Just Curious about ejbPostCreate() method : ejbPostCreate() method is applicable only to entity beans. Can somebody tell me, what are the consequences if I try use it in my Session/Message Beans? I know, I shouldn't expect it to be called after the ejbCreate() method call but can I use it as a private method. Will I get any deployment or run time errors?
hi, Vish. I guess, you can add ejbPostCreate() method to SessionBean and MDB and compiler will not complain at all, but since this method is a callback method, it is intended for bean notification from EJB container, and EJB container does not suppose to call this method fo SB & MDB, this method will never be called (in a way it is called in Entity). Also, remeber about ejbPostCreate() as method in which you can setup relations for Entity EJBs, in this method you can use newly created bean's ID for relationship creating. This is primary (IMHO) purpose of this method. Cheers !!!
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Joined: Aug 27, 2003
Thanks Mikalai, The method signatures of ejbPostCreate() method must correspond with the relevant ejbCreate() method, except for the return value which is primary key for ejbCreate() and void for ejbPostCreate() for entity beans. How about the list of application exceptions declared in the method signatures? I read somewhere that they are not required to match... Am I right?
How about the list of application exceptions declared in the method signatures? I read somewhere that they are not required to match...
You r right vish... however, while trying with some code, i came across a situation, which i a not able to u'stand. i have a bean Employee. its local home has a create method as - public Employee create(Integer id) throws CreateException, IOException; the bean class has a ejbCreate method as - public Integer ejbCreate(Integer EmpNo) throws IOException when i do ejbc , i get follwoing exception - [java] ERROR: Error from ejbc: [java] In EJB Employee, method create(java.lang.Integer) on the local home interface throws java.rmi.RemoteException. Methods on the local home interface must not throw java.rmi.RemoteException.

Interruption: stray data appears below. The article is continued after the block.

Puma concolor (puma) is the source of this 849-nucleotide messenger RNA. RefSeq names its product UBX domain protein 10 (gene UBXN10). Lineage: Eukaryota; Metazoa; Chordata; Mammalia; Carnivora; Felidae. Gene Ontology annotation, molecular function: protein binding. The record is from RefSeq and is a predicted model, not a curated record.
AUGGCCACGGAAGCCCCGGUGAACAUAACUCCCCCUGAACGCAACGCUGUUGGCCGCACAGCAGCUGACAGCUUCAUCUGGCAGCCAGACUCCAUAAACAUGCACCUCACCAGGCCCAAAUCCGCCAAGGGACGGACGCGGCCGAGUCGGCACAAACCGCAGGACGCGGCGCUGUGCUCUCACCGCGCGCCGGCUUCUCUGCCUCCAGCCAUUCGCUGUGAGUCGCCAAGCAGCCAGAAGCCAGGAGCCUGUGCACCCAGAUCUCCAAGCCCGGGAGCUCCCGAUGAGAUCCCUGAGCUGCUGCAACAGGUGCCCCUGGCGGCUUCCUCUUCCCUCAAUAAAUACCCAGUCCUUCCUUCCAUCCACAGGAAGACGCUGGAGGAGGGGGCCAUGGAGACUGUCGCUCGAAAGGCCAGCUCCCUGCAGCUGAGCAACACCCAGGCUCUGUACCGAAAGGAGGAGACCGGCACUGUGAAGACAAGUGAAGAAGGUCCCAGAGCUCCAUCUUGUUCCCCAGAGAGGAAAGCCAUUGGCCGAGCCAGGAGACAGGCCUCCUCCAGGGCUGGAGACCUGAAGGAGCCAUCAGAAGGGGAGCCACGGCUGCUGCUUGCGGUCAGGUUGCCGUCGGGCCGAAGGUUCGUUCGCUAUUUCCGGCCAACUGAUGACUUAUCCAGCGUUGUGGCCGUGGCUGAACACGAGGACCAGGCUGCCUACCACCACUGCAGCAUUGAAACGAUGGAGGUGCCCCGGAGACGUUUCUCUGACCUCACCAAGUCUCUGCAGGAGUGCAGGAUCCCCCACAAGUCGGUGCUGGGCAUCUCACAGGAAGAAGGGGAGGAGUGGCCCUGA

why? can't i throw any checked exception from create method? or does it have to be createException only?
Joined: Jun 04, 2002
Originally posted by Vish Kumar: How about the list of application exceptions declared in the method signatures? I read somewhere that they are not required to match... Am I right?
hi, Vish At least I did not read in spec that list of throwable exceptions for ejbCreate and ejbPostCreate has to be the SAME, so... I could guess that they may have declare different exceptions in their signatures... But how to hanle this situation... Client call "create()" method and as a result Container call ejbCreate + ejbPostCreate both methods on bean class. What happens if something bad happens in ejbCreate ? or ejbPostCreate ? What spec says about this (page 195):
All the exceptions defined in the throws clause of the matching ejbCreate<METHOD> and ejbPostCreate<METHOD> methods of the enterprise Bean class must be included in the throws clause of the matching create method of the home interface (i.e., the set of exceptions defined for the create method must be a superset of the union of exceptions defined for the ejbCreate<METHOD> and ejbPostCreate<METHOD> methods). The throws clause of a create<METHOD> method must include the javax.ejb.CreateException.
As we can see, ejbCreate and ejbPostCreate MAY have different list of application exceptions in throws definition, but all of them must present in "create()" declaration, because container would like to be prepared for something bad happened both in ejbCreate and ejbPostCreate. Some note about "create()" method... "create()" has to have : all exceptions declared in "ejbCreate()" + all exceptions declared in "ejbPostCreate()" + RemoteException (Remote view only) + CreateException (even if it is not declared for ejbCreate() or ejbPostCreate()) Think of "ejbCreate()" (or "ejbPostCreate()" ) as a BOSS (you see it has a CAPITAL letter in his name, so he IS a boss, and boss is free to declate CreateException or no; but "create()" - is a regular employee, it even has all it's name in lowercase, so he has no choice and it has to declare CreateException always). Cheers
Joined: Aug 27, 2003
Cheers Mikalai, for the good explanation...
By the way, I like your Exception hierarchy in your online book. That makes it easy for me to remember...